New collaboration offers a smooth path to transfer credits for degree completion
Students who transfer from North Dakota State College of Science in Wahpeton and Fargo to North Dakota State University will have an opportunity to earn an associate degree from the Wahpeton institution through a new program brought forth thanks to a partnership between the two schools.
“The bottom line is that we know there are students who leave NDSCS without achieving a degree, for a number of reasons,” said Philip Parnell, associate vice president of Academic and Student Affairs. “They do it with the best of intentions, because they figure they will finish their degree at NDSU. In most instances that happens, but in some cases it doesn’t.
“What we tried to work out was a system where a student can go to NDSCS, earn a certain number of credits and be introduced to a program,” Parnell continued. “The goal is to give these students a degree that we know they will need for employment.”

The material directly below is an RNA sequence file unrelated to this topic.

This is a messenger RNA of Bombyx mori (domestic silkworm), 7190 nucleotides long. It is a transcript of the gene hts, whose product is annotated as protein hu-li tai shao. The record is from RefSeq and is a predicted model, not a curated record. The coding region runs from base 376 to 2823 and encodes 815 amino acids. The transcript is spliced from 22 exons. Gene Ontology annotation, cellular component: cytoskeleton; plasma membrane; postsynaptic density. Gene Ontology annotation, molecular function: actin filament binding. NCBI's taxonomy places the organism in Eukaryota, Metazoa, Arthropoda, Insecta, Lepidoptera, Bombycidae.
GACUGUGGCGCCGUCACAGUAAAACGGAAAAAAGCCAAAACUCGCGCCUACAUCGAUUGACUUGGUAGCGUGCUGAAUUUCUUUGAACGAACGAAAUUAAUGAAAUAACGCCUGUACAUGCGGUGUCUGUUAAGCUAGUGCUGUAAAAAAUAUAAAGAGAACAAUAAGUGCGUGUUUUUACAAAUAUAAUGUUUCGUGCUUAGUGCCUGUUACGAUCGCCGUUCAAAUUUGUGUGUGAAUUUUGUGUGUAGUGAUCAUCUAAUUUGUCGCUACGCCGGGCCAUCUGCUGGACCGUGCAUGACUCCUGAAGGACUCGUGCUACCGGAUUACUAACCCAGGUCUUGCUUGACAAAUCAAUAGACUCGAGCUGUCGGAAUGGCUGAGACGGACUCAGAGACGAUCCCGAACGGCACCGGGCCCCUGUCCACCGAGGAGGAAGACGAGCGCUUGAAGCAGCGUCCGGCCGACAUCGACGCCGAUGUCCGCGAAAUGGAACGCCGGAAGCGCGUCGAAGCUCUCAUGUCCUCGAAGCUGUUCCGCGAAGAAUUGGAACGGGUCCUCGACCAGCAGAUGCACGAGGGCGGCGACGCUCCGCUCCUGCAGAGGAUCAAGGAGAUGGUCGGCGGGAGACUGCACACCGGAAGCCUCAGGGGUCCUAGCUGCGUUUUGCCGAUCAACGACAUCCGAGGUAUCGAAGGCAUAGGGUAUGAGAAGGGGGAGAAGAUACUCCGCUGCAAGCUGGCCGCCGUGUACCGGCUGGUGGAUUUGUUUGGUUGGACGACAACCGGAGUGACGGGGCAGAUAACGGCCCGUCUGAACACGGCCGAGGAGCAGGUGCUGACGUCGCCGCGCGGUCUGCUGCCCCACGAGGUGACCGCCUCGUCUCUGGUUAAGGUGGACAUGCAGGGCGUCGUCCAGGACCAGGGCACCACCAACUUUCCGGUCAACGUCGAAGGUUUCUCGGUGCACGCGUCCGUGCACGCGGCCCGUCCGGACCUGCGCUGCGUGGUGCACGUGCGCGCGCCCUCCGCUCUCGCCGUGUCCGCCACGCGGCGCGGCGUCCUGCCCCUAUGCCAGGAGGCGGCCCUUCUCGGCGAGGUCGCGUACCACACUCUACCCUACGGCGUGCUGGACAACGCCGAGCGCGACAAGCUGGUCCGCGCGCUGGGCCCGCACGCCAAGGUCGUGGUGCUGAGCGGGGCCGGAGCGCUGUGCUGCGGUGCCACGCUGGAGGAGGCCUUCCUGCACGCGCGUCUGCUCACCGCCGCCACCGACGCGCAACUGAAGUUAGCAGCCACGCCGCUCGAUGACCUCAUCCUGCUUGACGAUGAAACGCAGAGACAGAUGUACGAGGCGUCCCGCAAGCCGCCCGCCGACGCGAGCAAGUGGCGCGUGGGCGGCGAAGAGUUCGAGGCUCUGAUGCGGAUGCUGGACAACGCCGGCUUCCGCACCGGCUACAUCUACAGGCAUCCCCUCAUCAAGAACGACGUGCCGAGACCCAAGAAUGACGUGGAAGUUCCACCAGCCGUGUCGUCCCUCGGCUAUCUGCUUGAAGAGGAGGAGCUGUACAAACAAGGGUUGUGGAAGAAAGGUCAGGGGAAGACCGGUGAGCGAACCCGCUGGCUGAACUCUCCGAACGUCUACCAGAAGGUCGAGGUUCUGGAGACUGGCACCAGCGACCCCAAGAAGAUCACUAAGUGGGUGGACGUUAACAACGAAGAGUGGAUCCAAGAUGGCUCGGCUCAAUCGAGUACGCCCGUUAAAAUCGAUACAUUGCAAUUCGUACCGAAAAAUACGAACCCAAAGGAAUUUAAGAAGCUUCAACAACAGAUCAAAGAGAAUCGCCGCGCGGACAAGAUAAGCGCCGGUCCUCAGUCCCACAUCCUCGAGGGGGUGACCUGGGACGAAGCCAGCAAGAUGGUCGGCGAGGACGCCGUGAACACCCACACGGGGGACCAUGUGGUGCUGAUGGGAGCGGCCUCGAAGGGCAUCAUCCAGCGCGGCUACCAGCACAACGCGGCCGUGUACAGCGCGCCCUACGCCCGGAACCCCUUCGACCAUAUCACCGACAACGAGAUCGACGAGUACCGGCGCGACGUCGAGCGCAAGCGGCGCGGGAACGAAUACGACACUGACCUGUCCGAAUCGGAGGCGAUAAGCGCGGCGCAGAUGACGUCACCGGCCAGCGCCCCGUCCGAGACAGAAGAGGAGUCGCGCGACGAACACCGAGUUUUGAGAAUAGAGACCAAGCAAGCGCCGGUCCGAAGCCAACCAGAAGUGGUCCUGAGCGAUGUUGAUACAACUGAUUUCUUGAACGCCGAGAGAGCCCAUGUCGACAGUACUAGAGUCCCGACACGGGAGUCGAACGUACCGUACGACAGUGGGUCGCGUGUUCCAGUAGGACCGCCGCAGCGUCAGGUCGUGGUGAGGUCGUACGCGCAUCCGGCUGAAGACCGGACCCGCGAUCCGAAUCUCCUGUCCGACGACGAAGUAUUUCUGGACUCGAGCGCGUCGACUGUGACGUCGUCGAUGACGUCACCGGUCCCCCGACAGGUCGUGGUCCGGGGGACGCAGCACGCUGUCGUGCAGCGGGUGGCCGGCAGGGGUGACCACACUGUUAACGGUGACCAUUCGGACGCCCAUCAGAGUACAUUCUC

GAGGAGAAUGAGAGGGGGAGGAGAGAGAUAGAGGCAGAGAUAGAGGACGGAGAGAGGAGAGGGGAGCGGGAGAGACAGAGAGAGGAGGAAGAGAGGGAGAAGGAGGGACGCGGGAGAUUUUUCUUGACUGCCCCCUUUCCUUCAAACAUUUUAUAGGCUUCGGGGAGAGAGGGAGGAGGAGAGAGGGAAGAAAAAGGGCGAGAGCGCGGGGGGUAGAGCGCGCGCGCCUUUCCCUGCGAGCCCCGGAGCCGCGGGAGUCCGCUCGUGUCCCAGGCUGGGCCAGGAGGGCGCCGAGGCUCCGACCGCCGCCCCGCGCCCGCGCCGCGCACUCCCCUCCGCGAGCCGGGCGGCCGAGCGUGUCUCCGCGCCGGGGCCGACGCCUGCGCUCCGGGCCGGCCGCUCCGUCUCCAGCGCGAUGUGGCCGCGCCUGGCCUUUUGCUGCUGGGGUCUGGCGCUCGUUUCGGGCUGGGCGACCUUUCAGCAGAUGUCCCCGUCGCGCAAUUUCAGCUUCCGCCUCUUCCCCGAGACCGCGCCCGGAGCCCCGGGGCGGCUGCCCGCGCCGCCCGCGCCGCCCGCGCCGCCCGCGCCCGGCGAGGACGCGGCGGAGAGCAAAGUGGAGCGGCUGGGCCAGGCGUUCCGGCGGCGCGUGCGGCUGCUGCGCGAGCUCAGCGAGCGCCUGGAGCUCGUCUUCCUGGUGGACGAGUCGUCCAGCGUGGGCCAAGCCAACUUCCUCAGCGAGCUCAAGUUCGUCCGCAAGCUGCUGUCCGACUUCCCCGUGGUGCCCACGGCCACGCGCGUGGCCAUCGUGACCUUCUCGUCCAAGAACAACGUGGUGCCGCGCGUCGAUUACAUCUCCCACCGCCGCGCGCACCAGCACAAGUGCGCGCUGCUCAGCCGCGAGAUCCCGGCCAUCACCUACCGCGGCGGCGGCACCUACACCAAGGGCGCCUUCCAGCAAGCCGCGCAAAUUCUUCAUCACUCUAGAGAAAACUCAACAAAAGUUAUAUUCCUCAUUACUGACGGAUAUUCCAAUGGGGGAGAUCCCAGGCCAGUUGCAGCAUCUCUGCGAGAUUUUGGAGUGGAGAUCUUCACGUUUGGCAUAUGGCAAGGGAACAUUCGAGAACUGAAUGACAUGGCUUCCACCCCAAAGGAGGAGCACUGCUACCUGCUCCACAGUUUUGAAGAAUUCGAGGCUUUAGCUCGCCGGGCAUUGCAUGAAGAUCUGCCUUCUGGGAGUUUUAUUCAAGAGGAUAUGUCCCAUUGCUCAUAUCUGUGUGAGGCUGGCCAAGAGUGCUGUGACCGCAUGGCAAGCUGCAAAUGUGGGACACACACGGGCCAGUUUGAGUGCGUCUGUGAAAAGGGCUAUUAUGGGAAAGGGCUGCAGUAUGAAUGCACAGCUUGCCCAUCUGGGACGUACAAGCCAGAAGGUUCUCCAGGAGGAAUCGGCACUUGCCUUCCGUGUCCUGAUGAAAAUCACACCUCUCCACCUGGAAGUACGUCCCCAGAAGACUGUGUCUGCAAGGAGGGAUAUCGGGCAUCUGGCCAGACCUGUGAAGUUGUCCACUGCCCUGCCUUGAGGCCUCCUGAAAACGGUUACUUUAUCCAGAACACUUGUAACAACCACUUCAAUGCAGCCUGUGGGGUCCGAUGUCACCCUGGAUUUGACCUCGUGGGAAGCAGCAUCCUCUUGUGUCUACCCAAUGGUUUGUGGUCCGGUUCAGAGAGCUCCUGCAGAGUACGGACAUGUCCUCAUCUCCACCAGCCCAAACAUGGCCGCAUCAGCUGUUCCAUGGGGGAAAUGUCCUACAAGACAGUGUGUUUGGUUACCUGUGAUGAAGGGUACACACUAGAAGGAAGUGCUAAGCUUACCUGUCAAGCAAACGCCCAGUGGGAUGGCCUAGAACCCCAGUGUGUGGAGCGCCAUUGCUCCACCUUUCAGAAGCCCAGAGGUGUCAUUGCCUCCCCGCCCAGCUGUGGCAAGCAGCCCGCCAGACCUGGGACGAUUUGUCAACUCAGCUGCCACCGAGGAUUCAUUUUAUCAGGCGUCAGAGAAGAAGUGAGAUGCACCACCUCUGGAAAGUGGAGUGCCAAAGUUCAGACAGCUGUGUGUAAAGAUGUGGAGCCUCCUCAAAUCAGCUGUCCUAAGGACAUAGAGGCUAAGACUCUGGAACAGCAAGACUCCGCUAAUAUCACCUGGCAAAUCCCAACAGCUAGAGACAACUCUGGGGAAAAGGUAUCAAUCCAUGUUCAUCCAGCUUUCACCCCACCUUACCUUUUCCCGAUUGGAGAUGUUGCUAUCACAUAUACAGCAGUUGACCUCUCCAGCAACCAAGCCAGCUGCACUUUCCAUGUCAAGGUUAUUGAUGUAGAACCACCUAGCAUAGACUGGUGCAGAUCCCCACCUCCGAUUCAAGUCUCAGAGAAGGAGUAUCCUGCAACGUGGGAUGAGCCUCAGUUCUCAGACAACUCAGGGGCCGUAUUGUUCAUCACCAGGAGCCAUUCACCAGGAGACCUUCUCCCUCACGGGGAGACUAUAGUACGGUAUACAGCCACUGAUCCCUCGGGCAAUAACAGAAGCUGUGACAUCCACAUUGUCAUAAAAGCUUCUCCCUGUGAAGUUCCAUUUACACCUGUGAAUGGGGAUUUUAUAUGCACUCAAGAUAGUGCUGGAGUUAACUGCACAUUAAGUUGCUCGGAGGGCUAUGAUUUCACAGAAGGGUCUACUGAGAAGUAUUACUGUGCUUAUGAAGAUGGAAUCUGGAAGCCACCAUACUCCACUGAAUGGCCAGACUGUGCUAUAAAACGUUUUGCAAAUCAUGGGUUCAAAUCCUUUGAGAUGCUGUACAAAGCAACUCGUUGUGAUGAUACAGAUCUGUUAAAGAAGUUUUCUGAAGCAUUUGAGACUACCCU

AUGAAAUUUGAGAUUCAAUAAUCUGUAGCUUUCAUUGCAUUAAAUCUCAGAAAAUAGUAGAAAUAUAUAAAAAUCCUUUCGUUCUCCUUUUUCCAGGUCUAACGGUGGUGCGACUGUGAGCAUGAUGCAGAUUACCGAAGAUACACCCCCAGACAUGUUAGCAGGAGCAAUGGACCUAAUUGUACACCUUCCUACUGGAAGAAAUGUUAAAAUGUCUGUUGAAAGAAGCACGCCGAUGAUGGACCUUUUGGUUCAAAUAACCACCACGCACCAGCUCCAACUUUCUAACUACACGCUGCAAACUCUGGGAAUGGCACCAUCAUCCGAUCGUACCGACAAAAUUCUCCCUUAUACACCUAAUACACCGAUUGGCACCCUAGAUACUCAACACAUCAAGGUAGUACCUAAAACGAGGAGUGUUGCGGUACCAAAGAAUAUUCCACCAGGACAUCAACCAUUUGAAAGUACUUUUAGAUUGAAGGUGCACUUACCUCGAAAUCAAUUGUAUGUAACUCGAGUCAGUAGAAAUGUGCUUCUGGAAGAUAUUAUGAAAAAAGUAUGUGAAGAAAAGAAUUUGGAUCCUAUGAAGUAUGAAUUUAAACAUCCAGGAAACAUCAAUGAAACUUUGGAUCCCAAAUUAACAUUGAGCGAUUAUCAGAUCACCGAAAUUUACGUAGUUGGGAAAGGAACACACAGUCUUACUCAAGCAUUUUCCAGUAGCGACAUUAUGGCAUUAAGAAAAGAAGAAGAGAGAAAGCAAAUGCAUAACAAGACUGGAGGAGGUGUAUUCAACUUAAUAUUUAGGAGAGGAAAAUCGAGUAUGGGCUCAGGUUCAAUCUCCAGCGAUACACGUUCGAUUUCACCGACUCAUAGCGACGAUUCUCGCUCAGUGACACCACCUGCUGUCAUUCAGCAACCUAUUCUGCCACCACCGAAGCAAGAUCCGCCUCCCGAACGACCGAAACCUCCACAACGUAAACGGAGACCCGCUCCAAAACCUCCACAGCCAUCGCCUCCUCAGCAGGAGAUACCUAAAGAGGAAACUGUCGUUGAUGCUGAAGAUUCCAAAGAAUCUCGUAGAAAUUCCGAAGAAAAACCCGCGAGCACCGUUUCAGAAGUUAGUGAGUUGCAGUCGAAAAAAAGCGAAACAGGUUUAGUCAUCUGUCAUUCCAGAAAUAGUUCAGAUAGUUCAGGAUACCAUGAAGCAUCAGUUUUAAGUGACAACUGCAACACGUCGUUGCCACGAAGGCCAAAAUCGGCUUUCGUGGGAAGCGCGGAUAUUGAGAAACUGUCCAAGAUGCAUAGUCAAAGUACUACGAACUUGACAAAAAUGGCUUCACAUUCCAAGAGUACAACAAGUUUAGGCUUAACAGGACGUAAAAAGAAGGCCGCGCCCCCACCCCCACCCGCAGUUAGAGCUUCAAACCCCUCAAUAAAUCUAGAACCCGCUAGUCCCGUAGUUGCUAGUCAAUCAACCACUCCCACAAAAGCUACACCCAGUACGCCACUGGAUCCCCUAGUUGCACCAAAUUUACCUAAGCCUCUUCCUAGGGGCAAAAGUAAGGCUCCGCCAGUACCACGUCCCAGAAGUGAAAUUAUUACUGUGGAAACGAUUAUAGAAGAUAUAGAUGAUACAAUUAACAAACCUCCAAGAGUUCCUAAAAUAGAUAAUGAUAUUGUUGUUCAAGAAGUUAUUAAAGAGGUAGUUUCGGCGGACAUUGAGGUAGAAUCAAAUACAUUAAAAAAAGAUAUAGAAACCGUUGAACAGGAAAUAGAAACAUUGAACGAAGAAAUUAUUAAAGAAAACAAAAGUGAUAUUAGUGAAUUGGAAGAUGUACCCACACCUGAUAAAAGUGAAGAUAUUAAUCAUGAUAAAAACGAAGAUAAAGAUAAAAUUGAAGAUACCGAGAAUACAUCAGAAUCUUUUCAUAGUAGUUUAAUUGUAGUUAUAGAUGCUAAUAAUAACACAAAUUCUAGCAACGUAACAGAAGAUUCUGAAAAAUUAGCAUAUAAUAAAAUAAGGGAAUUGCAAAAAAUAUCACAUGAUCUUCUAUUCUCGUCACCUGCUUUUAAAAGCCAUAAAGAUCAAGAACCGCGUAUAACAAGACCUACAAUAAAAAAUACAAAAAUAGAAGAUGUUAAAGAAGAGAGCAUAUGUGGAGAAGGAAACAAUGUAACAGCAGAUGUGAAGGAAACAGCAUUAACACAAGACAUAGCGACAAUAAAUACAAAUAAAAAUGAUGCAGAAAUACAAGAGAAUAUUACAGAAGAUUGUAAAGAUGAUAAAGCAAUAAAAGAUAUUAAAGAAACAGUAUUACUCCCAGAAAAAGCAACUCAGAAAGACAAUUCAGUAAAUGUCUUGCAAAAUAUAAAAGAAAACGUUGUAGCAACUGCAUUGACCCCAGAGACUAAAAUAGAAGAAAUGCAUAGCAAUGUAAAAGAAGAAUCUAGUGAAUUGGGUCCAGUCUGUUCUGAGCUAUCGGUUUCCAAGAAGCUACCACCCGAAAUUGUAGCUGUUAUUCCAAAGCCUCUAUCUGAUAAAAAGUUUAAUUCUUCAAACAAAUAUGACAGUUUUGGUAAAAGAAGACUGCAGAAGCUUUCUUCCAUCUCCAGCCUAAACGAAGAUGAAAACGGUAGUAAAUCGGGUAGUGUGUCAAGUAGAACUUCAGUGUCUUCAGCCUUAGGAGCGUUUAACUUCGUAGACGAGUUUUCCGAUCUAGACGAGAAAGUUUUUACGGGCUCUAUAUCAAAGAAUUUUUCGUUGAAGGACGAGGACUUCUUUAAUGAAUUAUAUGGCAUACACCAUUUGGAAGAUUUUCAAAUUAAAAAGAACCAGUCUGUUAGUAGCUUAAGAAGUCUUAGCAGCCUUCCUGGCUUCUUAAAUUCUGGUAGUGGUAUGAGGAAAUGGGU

Under the agreement, students who transfer from NDSCS to NDSU before completing a degree will have an opportunity to apply credits from both institutions toward an associate degree. The students will qualify when they have earned at least 36 credits from NDSCS and at least 15 credits from NDSU.
The agreement establishes a policy and process for NDSU students to transfer their NDSU coursework to NDSCS for the purpose of obtaining an associate degree. Parnell said the work on the agreement started during the 2014 fall semester and was finalized in late February with the implementation of the program to take place in fall of this year.
“The relationship and working with NDSU is phenomenal,” Parnell said. “We partner on so many things and everyone is easy to work with. But what I like most is that we both come from the same point of view with putting the students first.”
During the announcement of the partnership on April 7, NDSU President Bresciani said, “North Dakota wins when we educate more citizens.”
“NDSU is proud to partner with NDSCS to better serve our students,” Bresciani continued. “This collaboration offers a smooth path to transfer for degree completion.”
The reverse transfer agreement is the first of its kind in the state of North Dakota, according to the press release.
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